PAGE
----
Struggle of life carving
The Struggle of Life Tree Sculpture

What do we mean when we say authentic?

Today I got to visit Aburi Gardens. It’s the kind of the place people say you must see if staying in Accra for a significant period.

They were beautiful and full of interesting trees, including this cedar tree that was no more because a parasite completely took over.

The oldest tree in the garden, a cotton silk wood tree, stood prominently. And so did the cinnamon trees, cocoa trees, bay and curry leaf trees (sorry I don’t remember the scientific names).

The British planted Aburi Gardens in 1890. Many of the plants were imported from abroad (the cocoa trees, for example, were from the Amazon).

Are the Aburi Gardens authentic? Authentic to what?

When we speak of authenticity, we are asking questions of origin and ownership. Did __ start here? Who created/invented/first imagined/brought about ____? A Ted talk that many Stanford sophomores watched in the spring has reframed the way I think about authenticity and belonging for humans (check it out here).  But notions of tradition and ownership are hard to truly pinpoint when we as people, our customs, and our cultures (including the physical manifestations of all of these things) are constantly in flux. It feels like the authenticity of anything can never fully be spoken, as factors impart change in ways never fully describable or perceptible to the human mind.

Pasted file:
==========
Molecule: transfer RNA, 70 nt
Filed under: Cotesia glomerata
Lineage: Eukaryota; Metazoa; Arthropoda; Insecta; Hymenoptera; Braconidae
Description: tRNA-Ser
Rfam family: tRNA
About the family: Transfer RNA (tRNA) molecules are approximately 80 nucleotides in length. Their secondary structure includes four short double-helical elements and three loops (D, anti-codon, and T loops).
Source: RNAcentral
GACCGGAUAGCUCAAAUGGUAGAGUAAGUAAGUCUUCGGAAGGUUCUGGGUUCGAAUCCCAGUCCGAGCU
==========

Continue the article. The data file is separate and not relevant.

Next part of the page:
If a garden “began” before the nation of Ghana, a country itself sewn together by colonial powers, “began” then isn’t this garden authentic to Ghana itself?

My answer to the above question is yes. Aburi Gardens are authentically Ghanaian. But it feels weird. The cocoa tree with a sign saying that the plants were from the Amazon did not feel Ghanaian. But it was. Right? Maybe my definition of Ghanaian needs tweaking.

Leave comments if you have thoughts on this or think I’m wrong 😉

Cocoa Tree Sign

P.S. I got to eat kelewele today. What a treat.

WOWOWOWOW kelewele.png


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